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How Often Should You Change Your Toothbrush Head?

Your toothbrush is your ally in the fight against bacteria in your mouth. But toothbrushes aren’t meant to last forever. How long can expect your toothbrush head to last? Fortunately, the answer is made pretty easy as long as you know what to look for!

When considering how often you should change your toothbrush head starts with understanding the signs it needs replacing, and why you should be replacing it at all!

Read on to learn more about keeping your oral health on track by making sure your key tool is ready to do its job!

What Happens If You Don’t Replace Your Toothbrush?

If you don’t replace your toothbrush, the bristles will become frayed and won’t be as effective at cleaning your teeth. Plaque and bacteria can build up on a brush with frayed bristles, which can lead to gum disease. It’s important to change your toothbrush often to maintain good oral health.

What Are the Signs That Mean Your Toothbrush Needs Replacing?

Your toothbrush needs replacing when the bristles start to fray and wear down. This usually happens after about three months of use. At this point, the bristles are no longer effective at cleaning your teeth and may even start to cause damage.

A worn looking toothbrush is the most important sign of a toothbrush that needs replaced. Because it’s so important, most manufacturers of toothbrushes add special identifiers to the bristles that you can see, which are usually colored differently from the white bristles. As you use the toothbrush, the colorful bristles should start to fade. You can use this, along with the state of how frayed the bristles are, to get a good idea that it’s time to swap brushes.

Are There Other Reasons to Replace Your Toothbrush?

Absolutely! Some of the other potential reasons you might need to replace your toothbrush are:

Following an Illness – When you’re sick, your body may have an abundance of unique germs. While your immune system will do a good job at fighting off the germs that made you sick in the first place, it’s worth avoiding them when you can. Your toothbrush is a likely place for those germs to end up, so it can be worthwhile to replace the brush after you start feeling better to give your immune system a break.

Exposure to Foreign Bacteria – Your toothbrush will be exposed to bacteria every time you use it. But the bacteria that’s common in your mouth isn’t the same as bacteria around you, or in other people’s mouths. If your toothbrush is dropped on the floor, or touches someone else’s bristles, it may be a good idea to replace it to avoid cross-contamination and introducing new bacteria to your system that your body will need to learn to fight off.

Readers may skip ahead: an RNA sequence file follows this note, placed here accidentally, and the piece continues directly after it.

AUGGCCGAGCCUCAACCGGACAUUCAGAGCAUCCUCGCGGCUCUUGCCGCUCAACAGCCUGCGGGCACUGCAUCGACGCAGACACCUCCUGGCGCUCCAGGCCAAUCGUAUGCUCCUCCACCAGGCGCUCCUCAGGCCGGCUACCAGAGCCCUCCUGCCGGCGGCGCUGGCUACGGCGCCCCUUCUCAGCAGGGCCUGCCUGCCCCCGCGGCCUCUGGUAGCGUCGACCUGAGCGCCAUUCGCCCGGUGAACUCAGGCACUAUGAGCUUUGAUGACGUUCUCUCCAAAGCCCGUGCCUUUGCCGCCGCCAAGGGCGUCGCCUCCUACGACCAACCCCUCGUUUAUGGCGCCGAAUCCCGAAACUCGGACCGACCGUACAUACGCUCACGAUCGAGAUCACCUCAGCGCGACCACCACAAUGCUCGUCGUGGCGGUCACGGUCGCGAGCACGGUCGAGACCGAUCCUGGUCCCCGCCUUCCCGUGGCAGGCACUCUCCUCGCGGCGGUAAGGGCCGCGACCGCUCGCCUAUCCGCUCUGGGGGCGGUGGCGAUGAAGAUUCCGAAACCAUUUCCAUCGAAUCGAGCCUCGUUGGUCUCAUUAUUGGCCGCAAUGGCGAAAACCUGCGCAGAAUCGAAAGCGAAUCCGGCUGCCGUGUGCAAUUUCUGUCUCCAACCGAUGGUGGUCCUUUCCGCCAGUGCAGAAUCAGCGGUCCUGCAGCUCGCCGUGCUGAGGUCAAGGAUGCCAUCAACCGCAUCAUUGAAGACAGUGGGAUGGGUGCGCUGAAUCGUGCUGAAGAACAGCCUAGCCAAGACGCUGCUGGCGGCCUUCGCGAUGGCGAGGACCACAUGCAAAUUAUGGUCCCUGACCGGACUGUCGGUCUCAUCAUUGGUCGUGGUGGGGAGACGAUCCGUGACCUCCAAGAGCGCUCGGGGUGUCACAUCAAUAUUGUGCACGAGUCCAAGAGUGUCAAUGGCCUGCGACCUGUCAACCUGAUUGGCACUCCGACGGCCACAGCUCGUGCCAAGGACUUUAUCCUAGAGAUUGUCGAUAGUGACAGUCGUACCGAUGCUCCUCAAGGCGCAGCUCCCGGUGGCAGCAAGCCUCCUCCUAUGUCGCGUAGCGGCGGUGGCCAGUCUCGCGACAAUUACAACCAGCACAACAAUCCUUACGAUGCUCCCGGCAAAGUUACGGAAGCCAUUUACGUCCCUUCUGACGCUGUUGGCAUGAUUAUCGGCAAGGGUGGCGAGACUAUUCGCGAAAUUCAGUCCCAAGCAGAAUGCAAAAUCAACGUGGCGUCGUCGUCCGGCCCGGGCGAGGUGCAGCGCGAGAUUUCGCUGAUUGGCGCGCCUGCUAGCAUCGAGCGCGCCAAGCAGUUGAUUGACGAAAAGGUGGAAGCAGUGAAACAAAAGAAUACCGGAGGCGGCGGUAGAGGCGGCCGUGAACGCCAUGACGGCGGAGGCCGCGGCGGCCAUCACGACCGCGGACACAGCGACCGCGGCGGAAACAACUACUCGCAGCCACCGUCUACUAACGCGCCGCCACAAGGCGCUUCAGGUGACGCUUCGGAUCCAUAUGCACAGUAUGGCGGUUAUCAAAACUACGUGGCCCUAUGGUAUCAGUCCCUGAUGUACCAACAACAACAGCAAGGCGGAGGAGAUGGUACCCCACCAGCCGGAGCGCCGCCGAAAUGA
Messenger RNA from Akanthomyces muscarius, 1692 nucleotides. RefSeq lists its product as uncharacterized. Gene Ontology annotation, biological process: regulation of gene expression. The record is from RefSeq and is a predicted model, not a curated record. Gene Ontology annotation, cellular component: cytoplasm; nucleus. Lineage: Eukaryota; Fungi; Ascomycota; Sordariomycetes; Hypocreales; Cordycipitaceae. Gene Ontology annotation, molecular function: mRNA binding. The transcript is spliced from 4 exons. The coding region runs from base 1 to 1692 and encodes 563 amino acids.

What If It’s Been Three Months but My Toothbrush Looks Fine?

It’s possible that after a few months your toothbrush may not look quite ready to replace. However, this would likely be a sign that sometimes isn’t quite right with your oral care routine.

Brushing properly is more specific than simply brushing the bristles against your teeth. You should be:

  • Brushing twice per day (in the morning and before bed)
  • Brushing with enough force to thoroughly clear your teeth and gums
  • Brushing every surface of your mouth, including the inside of your teeth

When you follow these steps, it’s unlikely that your toothbrush will last more than about three months. If your toothbrushes seem to last a long time before looking worn, evaluate your brushing habits to make sure you’re doing it right!

How To Take Care of Your Toothbrush

Toothbrushes are designed to clean your teeth, but they can also be a breeding ground for germs. One reason is because they are often stored in bathrooms, which are typically humid environments. This can cause the bristles on the brush to become moist, which provides an ideal environment for bacteria to grow. In addition, toothbrushes can become contaminated with saliva, which also contains bacteria. If you don’t clean your toothbrush regularly, these bacteria can build up and cause infections.

To keep your toothbrush clean and free of plaque, follow these steps:

Rinse Your Toothbrush with Water Before and After Each Use.

Rising your toothbrush removes much of the bacteria and plaque that may be on the bristles. Be sure to also rinse off any toothpaste that may be on the brush so it doesn’t remain.

Store Your Toothbrush in A Closed Container Or Cover When Traveling

Toothbrushes should be stored in a closed container or covered to keep them clean and free of germs when on the road. This also helps to prevent the bristles from becoming frayed or damaged. Over the months, this cover will go a long way in keeping it protected from damage.

When you’re at home, you should absolutely not use a cover outside of extremely unique circumstances. Bristles on your toothbrush need flowing air to help dry them between uses. Being inside a cover traps the moisture inside and actually makes it easier for bacteria to grow!

Contact Walbridge Dental

Do you have toothache pain? We can help! The professionals at Walbridge Dental provide complete family dental care to families in the Millbury community. Contact us online to set up an appointment now or call us at 419-836-1033.

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